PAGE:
### Hint for Problem 2

If z=1, you know the other envelope contains 3 so you should exchange. For an arbitrary z>1, we may compute the posterior probability, call it p(z), that the other envelope contains the number 3z. This is: p(z) = P(X=x | observe z=3^x) = P(X=x and observe 3^x)/P(observe 3^x) = .5^x(1/2)/(.5^x(1/2)+.5^{x-1}(1/2)) = 1/3, for all z>1.

Your expected return if you exchange is (2/3)(z/3)+(1/3)(3z) = (11/9)z. Since this is greater than z, you should exchange. Moreover, you should be willing to give up a certain percentage of your winnings, say 10%, in order to make this exchange, since your expected return will still be (11/10)z which is greater than z. Thus you should make the exchange no matter what z is observed.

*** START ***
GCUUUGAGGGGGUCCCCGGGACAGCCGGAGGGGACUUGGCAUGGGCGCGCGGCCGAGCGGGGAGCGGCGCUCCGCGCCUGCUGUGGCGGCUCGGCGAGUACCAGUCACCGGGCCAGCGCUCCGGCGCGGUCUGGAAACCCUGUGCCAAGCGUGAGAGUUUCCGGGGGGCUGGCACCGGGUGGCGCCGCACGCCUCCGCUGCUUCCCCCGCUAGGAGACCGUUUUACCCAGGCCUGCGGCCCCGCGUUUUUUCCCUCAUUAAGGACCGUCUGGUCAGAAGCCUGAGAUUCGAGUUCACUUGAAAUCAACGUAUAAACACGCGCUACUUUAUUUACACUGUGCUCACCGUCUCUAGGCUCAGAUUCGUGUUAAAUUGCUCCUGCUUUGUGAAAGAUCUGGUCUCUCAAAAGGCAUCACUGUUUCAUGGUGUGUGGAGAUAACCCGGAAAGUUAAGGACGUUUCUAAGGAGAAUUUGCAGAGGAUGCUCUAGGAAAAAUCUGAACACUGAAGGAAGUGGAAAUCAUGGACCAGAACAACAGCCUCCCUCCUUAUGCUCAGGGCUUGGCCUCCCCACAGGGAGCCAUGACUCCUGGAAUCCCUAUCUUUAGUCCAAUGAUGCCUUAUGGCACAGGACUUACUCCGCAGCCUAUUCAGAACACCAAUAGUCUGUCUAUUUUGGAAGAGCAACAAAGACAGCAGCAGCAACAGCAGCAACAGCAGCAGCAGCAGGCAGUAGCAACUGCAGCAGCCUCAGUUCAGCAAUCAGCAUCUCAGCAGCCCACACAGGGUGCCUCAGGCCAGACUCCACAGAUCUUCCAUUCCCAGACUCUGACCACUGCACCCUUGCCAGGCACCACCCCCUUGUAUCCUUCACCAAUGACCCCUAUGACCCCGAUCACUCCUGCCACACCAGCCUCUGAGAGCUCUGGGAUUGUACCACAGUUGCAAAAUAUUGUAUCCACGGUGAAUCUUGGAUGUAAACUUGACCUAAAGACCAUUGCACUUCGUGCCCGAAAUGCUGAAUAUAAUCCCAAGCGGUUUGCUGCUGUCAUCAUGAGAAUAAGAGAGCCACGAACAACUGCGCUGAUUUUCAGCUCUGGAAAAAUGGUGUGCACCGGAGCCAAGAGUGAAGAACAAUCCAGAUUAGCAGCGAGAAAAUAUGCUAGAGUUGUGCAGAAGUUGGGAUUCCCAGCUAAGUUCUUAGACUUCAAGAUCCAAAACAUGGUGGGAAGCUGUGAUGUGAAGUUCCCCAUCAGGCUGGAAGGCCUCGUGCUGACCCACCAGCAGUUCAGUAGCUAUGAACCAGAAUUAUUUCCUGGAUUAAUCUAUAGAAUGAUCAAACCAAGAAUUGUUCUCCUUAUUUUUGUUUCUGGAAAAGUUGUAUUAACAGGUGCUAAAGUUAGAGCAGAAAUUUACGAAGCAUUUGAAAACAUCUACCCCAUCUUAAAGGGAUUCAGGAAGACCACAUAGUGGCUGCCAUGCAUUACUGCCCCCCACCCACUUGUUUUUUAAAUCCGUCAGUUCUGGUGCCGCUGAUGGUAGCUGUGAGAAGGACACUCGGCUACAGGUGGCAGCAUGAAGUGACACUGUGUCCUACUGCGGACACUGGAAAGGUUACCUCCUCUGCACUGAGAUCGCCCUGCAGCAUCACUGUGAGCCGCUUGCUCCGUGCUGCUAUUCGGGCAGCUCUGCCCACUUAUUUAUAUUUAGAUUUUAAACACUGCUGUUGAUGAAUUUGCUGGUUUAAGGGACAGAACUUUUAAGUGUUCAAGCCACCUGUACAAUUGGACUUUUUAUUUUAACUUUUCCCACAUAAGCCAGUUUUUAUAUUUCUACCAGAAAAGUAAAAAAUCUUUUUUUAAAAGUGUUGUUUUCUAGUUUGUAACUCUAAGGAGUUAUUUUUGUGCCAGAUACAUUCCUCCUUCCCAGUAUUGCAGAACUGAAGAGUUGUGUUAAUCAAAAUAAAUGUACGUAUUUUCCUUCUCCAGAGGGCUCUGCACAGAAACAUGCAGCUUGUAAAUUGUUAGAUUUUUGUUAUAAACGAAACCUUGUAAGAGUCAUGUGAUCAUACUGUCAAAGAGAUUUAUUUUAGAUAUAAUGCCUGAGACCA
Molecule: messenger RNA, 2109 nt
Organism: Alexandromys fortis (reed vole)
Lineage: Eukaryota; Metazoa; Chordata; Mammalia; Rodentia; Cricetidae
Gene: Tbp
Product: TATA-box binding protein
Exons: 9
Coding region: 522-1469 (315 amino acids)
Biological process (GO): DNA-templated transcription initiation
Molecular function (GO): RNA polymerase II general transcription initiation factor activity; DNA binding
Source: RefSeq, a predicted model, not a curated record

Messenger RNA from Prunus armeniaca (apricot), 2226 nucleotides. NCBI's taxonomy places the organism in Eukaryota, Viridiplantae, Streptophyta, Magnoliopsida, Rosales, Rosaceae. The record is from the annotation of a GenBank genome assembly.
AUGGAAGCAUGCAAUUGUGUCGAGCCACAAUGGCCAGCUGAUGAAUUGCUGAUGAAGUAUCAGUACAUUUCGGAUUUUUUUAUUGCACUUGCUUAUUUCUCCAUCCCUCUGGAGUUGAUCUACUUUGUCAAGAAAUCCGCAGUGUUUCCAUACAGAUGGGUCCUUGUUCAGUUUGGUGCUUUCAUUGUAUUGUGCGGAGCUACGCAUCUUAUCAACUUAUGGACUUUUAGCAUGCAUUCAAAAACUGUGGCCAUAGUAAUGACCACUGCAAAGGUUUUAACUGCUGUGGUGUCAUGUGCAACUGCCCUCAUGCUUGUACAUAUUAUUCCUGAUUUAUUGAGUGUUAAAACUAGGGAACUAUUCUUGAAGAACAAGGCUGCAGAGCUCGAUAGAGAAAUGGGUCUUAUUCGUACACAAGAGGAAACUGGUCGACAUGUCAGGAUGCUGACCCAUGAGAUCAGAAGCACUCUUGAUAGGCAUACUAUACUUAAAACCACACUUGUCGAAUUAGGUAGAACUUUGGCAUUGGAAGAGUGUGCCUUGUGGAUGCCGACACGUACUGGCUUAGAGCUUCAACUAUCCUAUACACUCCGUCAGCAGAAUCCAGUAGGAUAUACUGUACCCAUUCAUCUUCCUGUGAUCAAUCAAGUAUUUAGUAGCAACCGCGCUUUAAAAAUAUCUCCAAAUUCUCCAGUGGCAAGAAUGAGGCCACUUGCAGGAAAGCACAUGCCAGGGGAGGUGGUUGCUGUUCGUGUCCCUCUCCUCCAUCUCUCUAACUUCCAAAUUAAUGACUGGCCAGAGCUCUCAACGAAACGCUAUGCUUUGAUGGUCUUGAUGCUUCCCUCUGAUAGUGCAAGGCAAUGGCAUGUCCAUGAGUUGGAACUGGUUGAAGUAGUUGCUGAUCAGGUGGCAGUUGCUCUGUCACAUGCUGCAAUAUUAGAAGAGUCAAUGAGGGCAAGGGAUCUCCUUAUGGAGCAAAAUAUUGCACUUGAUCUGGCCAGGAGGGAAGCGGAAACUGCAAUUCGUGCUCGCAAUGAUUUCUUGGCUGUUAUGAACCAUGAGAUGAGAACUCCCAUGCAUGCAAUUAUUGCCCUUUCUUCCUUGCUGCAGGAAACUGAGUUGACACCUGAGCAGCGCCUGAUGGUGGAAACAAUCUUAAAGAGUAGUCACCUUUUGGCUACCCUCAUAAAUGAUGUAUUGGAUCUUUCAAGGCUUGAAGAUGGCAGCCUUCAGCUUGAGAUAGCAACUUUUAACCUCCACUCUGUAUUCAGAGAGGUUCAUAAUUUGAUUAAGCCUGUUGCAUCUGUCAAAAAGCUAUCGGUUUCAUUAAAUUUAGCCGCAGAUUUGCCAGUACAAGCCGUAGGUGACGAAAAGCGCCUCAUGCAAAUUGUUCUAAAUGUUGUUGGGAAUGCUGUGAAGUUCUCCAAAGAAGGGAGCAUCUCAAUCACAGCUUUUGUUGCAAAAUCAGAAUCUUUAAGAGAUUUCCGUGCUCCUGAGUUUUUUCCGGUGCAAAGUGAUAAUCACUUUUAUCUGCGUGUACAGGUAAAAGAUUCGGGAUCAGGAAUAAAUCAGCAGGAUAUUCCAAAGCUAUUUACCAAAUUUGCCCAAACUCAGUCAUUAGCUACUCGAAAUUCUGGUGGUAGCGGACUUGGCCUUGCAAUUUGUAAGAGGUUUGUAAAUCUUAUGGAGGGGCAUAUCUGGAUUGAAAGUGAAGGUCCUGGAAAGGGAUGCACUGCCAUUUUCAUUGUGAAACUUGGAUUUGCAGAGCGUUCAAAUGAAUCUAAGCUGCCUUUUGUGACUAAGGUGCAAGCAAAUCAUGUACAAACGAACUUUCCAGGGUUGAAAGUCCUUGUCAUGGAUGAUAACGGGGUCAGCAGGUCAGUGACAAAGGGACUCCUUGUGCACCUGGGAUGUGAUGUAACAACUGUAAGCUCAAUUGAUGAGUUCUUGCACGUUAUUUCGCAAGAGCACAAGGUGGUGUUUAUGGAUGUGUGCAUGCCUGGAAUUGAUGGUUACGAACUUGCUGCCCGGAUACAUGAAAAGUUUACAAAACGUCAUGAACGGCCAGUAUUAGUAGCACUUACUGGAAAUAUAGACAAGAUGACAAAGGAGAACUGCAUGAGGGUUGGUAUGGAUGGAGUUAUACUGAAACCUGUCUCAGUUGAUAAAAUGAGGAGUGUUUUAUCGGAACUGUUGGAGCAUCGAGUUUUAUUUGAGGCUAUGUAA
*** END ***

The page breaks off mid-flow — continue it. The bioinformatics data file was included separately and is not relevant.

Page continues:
But there is something called the sure-thing principle that says that in this case there is no need to look at z. One can make the exchange anyway. But then you should be willing to exchange twice or three times, paying 10% at each exchange. Now you are really losing money. How do you resolve this problem?